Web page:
If you’re struggling to lose weight in menopause, let us assure you: it’s not all down to overeating.
Hormonal changes, broken sleep, stress and reduced muscle mass can all play into menopausal weight gain. So to lose weight in menopause you need more than just a diet - you need to understand your body.
Below we talk you through some of the root causes of menopausal weight gain, along with the best diet and exercise approaches, so can you start to work with your body instead of against it.
Why is it hard to lose weight in menopause?
There are myriad factors that may make it harder to lose weight during menopause.
First of all, there’s the fact that the fat cells contain a weak form of oestrogen.
“Women’s bodies need oestrogen and when those levels start to decline during the perimenopause and menopause, the body can try to create more by building up fat stores,” says GP and menopause specialist Dr Louise Newson.
“Menopausal women also respond differently to sugar and are at greater risk of becoming insulin resistant, which can raise the risk of diabetes as well as weight gain.”
And that’s not all. Nutritionist Emma Ellice-Flint explains that with less oestrogen to calm our sympathetic nervous system, we are more likely to feel stressed in the menopause.
“Stress causes the body to release the hormones cortisol and adrenaline which, in turn, release glucose (sugar) into the bloodstream. We generally don’t need the extra glucose, because we are not fleeing or fighting an invader, so our body lays it down in abdominal fat cells.”
Add to that common menopause symptoms such as disturbed sleep (“studies show that poor sleep leads to poor food choices the next day,” says Emma) and joint aches that can make us less likely to exercise, and you’ve got a perfect storm for weight gain.
And as if the hormonal battle wasn’t enough, Dr Sally Norton, a surgeon and weight-loss consultant, adds: “There is a steady decline in muscle mass as we age (around 8% per decade after 40 - unless we compensate by exercising).
"Since muscle burns more calories than fat, less muscle means less calorie burnt and more weight gain. Plus there’s some evidence that lower levels of ‘fat-burning’ brown fat may contribute to the middle-age spread, too.”
Best diet for weight loss in menopause
Changes to your diet can help when it comes to weight loss in menopause. Consider trying the following:
- Reduce sugar and carbs
Nutritionist Penny Crowther recommends reducing sugar and grain-based carbs such as bread, pasta, rice and also potatoes to help reduce the glucose in our system and balance insulin.
“Faulty insulin metabolism means fat is more likely to be dumped around the middle," she says. "Fasting overnight for 12-14 hours can help too.”
- Up your intake of healthy fats
“Our bodies need healthy fats such as extra virgin olive oil, seafood, nuts, seeds and avocados," advises Emma.
"If we don’t get enough we will crave more food, probably leading us to eat more sugar and simple carbohydrates,” she says.
- Eat more phytoestrogens
Include more foods containing phytoestrogens in your diet, such as soy (e.g. organic tofu), legumes, pulses, beans, wholegrains and flaxseeds.
“Phytoestrogens can have a beneficial oestrogenic effect in the body,” says Emma. “They lock on to oestrogen receptors and produce a weak oestrogen effect which may help ease some of the menopause symptoms that are leading to weight gain.”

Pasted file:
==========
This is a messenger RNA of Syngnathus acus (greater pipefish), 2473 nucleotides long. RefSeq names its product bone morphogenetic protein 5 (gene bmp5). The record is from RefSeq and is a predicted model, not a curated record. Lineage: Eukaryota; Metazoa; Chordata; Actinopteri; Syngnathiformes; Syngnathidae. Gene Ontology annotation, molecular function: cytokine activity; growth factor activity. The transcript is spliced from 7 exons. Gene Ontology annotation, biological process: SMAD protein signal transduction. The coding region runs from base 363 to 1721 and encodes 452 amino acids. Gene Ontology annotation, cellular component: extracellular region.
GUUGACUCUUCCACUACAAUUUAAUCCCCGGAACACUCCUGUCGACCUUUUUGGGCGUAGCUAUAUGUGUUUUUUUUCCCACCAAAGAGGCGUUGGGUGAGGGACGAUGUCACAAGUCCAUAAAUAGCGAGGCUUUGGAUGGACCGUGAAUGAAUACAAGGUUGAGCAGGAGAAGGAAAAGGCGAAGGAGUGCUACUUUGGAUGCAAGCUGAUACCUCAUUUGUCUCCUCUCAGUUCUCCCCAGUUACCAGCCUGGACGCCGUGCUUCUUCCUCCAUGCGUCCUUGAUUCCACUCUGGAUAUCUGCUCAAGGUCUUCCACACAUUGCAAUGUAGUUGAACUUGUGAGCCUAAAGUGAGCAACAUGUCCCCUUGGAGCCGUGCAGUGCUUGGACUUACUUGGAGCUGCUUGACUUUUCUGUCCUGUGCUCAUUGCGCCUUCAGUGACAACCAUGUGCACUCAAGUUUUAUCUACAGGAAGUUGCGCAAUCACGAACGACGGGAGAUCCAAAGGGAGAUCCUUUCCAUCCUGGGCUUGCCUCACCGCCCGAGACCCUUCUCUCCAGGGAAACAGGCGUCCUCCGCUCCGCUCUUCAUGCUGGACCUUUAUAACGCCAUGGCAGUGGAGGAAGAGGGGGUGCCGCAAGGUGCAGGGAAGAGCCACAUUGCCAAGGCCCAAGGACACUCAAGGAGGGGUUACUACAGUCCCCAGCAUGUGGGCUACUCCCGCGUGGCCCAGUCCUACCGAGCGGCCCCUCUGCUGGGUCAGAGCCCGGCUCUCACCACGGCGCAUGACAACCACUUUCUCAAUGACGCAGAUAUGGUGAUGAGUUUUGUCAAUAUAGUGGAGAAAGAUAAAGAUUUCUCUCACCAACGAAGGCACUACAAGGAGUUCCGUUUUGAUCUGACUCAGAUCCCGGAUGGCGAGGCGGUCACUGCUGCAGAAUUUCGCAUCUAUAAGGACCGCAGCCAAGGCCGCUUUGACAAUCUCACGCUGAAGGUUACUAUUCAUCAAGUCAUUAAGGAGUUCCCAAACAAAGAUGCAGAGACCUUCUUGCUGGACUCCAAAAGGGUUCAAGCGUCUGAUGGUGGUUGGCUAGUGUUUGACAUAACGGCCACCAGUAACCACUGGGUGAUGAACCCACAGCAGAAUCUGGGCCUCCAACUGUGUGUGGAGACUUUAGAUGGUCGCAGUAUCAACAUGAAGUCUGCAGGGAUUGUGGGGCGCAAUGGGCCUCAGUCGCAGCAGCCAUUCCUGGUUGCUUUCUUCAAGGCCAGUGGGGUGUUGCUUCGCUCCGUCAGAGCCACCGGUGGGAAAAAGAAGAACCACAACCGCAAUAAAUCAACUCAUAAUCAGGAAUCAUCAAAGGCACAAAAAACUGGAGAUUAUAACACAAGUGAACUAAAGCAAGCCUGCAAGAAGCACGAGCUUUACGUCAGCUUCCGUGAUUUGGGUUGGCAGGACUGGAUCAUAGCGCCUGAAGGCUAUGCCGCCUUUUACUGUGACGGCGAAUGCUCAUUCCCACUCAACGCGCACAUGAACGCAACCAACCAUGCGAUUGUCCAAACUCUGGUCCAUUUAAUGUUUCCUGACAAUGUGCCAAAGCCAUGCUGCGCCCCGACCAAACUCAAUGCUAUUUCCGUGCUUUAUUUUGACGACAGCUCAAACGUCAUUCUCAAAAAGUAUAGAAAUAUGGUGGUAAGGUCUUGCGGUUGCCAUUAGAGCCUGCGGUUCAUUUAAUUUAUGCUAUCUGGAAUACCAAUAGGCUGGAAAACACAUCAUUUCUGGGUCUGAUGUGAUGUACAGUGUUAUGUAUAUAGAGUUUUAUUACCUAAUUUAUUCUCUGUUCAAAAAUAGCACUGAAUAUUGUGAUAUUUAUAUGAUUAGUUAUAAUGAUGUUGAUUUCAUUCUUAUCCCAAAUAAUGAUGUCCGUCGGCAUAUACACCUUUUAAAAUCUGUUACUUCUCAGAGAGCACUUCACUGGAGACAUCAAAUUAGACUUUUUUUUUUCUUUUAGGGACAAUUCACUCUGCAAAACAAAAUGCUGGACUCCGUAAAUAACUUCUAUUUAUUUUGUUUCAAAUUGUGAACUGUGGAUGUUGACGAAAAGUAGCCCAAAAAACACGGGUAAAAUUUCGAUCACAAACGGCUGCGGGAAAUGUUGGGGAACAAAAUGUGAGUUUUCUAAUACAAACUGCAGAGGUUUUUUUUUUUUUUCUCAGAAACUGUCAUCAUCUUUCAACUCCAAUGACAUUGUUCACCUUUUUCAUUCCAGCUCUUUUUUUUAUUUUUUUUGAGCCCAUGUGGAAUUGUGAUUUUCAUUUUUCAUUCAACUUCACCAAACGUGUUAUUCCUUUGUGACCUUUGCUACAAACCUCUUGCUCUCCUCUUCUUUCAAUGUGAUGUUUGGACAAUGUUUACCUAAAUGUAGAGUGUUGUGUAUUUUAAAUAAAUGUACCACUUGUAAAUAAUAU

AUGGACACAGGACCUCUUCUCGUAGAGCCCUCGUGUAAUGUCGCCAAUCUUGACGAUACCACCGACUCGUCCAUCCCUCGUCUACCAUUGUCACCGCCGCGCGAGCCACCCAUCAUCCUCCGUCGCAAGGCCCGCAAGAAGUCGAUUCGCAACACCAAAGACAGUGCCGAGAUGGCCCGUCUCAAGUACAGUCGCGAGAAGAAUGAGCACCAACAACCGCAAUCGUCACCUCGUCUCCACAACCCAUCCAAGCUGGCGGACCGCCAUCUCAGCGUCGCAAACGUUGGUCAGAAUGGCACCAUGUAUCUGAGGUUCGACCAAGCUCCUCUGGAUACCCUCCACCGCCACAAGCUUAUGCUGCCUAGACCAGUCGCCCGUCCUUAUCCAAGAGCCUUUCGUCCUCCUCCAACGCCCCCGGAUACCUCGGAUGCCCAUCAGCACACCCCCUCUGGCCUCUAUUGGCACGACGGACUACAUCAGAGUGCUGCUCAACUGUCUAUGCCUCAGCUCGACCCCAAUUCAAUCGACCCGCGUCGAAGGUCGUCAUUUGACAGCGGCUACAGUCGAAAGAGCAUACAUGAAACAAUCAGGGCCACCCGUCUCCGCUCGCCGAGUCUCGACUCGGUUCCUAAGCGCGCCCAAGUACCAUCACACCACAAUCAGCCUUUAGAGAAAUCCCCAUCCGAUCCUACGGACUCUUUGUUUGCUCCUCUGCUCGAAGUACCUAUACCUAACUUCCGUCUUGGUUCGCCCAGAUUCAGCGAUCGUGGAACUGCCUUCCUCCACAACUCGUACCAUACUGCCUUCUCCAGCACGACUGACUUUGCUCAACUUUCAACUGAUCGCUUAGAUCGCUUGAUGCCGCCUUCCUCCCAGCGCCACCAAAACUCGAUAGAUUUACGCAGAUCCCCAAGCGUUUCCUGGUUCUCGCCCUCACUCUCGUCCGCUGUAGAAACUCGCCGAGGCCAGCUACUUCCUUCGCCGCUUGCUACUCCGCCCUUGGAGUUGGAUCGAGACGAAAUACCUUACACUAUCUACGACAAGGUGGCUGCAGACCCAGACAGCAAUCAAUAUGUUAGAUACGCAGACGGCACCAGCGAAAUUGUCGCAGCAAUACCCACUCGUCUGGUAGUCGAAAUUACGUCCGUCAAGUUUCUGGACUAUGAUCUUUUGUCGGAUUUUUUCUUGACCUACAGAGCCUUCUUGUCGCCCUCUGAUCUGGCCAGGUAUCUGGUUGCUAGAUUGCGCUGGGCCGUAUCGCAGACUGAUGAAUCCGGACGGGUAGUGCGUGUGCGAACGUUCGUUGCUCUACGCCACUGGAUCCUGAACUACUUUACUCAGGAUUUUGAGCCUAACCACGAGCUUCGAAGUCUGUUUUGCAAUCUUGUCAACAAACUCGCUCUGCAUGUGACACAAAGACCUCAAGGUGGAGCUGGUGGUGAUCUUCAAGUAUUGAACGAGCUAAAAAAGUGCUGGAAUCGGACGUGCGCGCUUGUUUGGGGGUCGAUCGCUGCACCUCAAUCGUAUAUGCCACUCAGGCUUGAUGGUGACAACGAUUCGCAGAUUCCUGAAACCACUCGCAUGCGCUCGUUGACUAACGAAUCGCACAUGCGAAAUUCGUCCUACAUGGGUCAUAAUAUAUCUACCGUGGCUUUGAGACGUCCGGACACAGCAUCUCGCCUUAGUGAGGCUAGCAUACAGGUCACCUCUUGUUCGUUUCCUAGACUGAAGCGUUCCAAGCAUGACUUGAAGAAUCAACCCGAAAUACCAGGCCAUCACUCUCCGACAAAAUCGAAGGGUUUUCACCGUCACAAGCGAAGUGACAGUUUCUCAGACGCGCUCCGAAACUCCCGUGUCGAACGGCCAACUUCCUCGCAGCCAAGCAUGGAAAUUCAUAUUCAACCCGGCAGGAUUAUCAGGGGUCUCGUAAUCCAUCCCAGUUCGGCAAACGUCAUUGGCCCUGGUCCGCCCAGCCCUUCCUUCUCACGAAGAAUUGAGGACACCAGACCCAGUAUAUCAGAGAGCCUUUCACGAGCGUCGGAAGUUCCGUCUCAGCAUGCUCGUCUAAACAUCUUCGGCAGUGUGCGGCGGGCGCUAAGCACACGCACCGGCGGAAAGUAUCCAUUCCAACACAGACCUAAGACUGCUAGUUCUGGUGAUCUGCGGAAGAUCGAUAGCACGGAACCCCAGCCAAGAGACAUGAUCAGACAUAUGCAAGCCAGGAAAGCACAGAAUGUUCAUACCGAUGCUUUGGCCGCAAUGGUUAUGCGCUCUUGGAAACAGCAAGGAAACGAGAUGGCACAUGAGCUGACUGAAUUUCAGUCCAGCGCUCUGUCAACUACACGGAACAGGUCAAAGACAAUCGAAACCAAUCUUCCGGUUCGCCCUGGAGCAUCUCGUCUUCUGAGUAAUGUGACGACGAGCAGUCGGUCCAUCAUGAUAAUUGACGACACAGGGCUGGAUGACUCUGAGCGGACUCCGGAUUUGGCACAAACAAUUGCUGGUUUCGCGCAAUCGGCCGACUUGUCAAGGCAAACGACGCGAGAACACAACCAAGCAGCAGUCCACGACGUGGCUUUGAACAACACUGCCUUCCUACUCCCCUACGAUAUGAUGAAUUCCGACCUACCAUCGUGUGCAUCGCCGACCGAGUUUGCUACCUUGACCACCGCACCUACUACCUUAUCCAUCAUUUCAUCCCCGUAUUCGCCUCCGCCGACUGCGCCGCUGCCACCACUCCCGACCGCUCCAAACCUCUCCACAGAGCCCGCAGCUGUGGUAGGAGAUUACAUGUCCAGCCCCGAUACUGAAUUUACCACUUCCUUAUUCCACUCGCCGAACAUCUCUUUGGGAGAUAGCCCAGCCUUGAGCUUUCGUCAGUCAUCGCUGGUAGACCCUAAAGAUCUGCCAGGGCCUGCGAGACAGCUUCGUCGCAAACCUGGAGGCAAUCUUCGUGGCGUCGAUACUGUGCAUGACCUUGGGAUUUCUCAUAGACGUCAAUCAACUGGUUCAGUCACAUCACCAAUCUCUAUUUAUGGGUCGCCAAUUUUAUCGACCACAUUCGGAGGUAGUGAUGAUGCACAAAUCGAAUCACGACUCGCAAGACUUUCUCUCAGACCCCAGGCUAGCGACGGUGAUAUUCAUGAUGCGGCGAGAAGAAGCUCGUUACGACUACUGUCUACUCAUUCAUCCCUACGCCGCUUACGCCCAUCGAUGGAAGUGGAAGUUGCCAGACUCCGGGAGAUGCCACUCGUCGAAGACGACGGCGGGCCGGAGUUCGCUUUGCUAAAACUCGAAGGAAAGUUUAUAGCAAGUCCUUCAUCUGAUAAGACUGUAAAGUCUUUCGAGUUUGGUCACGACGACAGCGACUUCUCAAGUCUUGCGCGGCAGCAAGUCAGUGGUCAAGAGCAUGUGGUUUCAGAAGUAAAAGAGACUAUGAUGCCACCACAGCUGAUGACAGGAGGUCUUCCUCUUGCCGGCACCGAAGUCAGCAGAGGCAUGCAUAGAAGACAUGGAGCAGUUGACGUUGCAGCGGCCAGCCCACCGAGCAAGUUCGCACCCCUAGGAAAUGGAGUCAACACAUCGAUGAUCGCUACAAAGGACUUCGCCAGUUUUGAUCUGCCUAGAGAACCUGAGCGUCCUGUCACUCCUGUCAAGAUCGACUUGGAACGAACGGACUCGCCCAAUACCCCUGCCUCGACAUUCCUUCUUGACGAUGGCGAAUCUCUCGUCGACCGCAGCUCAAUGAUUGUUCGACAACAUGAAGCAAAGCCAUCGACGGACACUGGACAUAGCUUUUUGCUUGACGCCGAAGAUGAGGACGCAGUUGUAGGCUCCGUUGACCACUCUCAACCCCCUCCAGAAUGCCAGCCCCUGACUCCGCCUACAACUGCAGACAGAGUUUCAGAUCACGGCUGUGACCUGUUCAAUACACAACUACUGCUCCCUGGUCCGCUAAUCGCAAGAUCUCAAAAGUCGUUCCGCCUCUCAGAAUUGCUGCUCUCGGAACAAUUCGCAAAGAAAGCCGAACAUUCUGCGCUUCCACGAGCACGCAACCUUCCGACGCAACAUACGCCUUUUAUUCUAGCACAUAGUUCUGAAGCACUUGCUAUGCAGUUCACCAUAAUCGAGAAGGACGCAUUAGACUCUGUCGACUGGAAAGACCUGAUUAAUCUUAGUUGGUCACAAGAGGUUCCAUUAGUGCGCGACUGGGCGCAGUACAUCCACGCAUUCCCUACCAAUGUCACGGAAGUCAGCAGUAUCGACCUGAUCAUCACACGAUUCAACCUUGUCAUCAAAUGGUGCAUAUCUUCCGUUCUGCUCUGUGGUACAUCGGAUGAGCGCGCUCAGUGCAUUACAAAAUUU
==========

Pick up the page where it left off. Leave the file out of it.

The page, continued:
The best exercises for weight loss in the menopause
The following workouts are amongst the best exercises for weight loss in menopause:
“High-intensity Interval training can be really effective exercise for menopausal women as it has been shown to help improve insulin resistance and reduce abdominal fat,” says Emma.
- Yoga and Pilates
Both yoga and pilates are great for relieving stress and reducing those glucose-releasing hormones cortisol and adrenaline.
- Resistance training
“Counteract the decline in muscle mass by using weights or bodyweight to build up your muscles, which will burn more calories,” says Dr Norton.
- Outdoor exercise
“Studies show that exercise, especially in the cold, can help increase fat-burning brown fat,” says Dr Norton. Why not follow the lead of The Gower Bluetits and create your own cold water menopause swimming group?
Penny has also been a keen outdoor swimmer for over 30 years. She says: “There are lots of claims made about the benefits of cold water swimming, including strengthening the immune system, improving circulation, reducing stress, increased calorie burning and boosting oestrogen levels, some of which are supported by science."
Expert tips for menopause weight loss
- Consider HRT
Dr Newson advises that, since declining oestrogen is likely contributing to weight gain, hormone replacement therapy can often help improve things.
- Don't go it alone
“Weight gain should be addressed in the context of a proper menopause consultation,” says Dr Deborah Lee of Dr Fox Online Pharmacy.
“We know that poor sleep, tiredness, mood swings, anxiety and depression cause emotional eating. The NHS offers help and support which can be accessed by seeing your GP so don’t try to go it alone.”
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Claire is a freelance health, fitness and food journalist who has written for titles including Women’s Health, Top Santé, Woman & Home, Feel Good You, the Telegraph and Independent. She has a passion for being outside in nature and you’re more likely to find her walking in the woods or joining an exercise class in the park than pounding a treadmill in the gym. She also has a special interest in nutrition and healthy eating, having previously been Food Editor at Top Santé magazine. Her top fitness tip? Take your exercise outdoors wherever possible. It has been shown to boost the physical as well as mental health benefits of a workout and also to make you more likely to want to do it again!